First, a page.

Job Assistance and Apprenticeship Programs. A large number of welder degree or certificate programs are provided in conjunction with an apprenticeship program. Various other schools will assist in placing you in an apprenticeship or a job upon graduation. Find out if the schools you are considering help in placing students in apprenticeships or have a job placement program. These schools must have relationships with local unions and various Topsham ME metal working businesses to which they can refer their students. Older schools may have a larger network of graduates that they can utilize for placements. These programs can help students find employment and establish relationships within the local welding community.
Job Placement and Completion Rates. The completion rate is the percentage of students that enroll in an educational program and complete it. It’s essential that the welding school you pick has a high completion rate. A low rate could mean that the students who joined the program were dissatisfied with the training, the instructors, or the facilities, and quit. The job placement rate is also a good indicator of the quality of training. A high job placement rate will not only confirm that the program has a good reputation within the industry, but also that it has the network of Topsham ME employer relationships to help students obtain apprenticeships or employment after graduation.
Up-to-date Facilities and Equipment. After you have limited your selection of welding schools to two or three possibilities, you should consider going to the campuses to evaluate their facilities. Confirm that both the equipment and the facilities that you will be instructed on are up-to-date. In particular, the training equipment should be similar to what you will be working with on the job. If you are uncertain what to look for, and are already in an apprenticeship program, ask the master welder you are working under for guidance. If not, ask a local Topsham ME welding professional if they can give you some suggestions.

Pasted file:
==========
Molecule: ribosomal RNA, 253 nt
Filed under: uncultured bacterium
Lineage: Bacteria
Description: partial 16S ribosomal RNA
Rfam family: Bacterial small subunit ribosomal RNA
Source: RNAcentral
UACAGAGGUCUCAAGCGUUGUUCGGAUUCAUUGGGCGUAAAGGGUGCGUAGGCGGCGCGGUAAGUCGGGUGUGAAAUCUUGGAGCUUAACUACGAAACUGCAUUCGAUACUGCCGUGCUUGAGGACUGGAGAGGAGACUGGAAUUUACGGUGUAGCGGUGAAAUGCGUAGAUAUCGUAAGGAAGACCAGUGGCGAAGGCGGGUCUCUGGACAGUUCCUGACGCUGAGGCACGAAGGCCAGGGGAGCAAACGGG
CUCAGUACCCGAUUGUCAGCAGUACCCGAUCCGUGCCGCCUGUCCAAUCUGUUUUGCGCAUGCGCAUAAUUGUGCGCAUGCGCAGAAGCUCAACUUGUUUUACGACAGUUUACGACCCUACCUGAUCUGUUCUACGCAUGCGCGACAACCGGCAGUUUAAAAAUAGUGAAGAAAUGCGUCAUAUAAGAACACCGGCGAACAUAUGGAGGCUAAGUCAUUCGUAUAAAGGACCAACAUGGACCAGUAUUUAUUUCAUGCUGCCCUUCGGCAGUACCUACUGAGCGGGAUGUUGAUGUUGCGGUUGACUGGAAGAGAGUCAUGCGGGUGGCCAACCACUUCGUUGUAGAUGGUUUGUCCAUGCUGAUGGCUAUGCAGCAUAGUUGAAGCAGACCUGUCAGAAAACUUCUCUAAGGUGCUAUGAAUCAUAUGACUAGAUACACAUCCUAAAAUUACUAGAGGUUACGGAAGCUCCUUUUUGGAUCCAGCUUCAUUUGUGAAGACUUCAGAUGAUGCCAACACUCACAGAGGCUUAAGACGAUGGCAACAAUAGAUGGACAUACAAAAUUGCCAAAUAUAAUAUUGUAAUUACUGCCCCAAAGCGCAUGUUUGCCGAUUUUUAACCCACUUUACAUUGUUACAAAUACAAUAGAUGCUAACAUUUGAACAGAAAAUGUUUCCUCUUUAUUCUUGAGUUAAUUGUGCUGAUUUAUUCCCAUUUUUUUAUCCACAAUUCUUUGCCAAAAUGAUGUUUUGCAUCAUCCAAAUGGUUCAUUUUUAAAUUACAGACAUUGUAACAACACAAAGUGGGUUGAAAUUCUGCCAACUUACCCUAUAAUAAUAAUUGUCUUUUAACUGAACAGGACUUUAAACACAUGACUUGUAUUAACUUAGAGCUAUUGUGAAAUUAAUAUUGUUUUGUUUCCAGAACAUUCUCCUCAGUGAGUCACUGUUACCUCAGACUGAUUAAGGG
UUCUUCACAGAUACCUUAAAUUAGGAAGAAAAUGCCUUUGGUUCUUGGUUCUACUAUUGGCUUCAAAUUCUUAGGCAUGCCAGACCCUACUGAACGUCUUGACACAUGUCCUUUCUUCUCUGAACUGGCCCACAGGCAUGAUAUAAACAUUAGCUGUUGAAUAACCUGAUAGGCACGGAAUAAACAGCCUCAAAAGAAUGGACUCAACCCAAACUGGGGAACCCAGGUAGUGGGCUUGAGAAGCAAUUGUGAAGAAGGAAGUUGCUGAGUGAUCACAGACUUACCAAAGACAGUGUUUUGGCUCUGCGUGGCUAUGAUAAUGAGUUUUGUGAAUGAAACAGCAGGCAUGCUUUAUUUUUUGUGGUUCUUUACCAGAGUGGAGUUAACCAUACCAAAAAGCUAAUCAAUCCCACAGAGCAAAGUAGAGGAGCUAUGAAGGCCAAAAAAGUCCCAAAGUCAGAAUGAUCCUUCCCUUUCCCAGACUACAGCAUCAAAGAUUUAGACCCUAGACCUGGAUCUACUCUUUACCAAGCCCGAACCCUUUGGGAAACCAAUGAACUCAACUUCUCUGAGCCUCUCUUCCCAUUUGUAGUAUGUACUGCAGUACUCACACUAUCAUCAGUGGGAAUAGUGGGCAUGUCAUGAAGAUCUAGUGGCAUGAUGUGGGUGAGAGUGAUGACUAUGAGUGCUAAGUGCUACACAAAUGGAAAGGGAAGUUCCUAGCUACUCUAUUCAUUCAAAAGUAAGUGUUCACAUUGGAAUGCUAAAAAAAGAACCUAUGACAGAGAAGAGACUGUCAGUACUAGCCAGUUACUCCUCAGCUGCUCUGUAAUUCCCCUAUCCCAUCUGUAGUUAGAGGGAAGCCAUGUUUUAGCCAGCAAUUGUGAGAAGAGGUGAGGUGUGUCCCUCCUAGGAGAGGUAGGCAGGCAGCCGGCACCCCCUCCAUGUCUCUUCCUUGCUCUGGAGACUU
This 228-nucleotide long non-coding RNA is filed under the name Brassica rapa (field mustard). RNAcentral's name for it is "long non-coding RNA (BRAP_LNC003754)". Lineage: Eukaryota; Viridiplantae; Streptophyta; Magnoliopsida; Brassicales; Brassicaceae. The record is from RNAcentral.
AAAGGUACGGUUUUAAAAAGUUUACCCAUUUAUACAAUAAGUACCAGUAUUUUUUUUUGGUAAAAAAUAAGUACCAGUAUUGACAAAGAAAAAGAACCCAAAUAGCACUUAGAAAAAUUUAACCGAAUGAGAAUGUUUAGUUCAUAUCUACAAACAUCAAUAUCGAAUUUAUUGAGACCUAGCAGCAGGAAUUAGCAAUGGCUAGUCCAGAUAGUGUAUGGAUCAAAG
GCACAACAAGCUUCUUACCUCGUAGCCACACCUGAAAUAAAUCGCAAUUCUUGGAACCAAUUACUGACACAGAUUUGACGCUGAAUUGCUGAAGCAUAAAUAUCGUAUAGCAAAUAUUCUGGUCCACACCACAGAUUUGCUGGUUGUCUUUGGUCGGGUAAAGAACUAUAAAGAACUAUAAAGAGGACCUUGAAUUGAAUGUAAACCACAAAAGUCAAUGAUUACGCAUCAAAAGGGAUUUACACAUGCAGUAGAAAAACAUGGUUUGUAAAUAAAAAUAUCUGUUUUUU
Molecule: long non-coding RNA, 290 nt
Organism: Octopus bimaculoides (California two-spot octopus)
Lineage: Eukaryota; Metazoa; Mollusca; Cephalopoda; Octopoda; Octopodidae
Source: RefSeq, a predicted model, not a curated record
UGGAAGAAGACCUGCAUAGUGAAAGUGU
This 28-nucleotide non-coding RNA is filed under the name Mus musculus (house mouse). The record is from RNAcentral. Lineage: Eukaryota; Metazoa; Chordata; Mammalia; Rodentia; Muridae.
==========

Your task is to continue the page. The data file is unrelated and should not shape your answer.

School Location. Even though we previously briefly talked about the significance of location, there are a few additional issues that we need to cover. You should keep in mind that unless you can relocate, the welding school you pick needs to be within commuting distance of your Topsham ME home. If you do choose to attend an out-of-state school, in addition to relocation expenses there may be higher tuition fees for out-of-state residents. This is especially the case for welding diploma programs offered by community colleges. Also, if the school provides a job placement or apprenticeship program, most likely their placements are within the school’s regional community. So the location of the school should be in a region or state where you ultimately will desire to work.
Smaller Classes. Individualized training is essential for a hands-on trade such as welding. It’s easy to be lost in bigger classes and not obtain much individualized training. Ask what the average class size is for the welding schools you are looking at. Ask if you can attend some classes so that you can see just how much personal attention the students are receiving. While there, talk with a few of the students and get their evaluations. Also, talk to some of the teachers and ask what their welding experience has been and what credentials and certifications they have earned.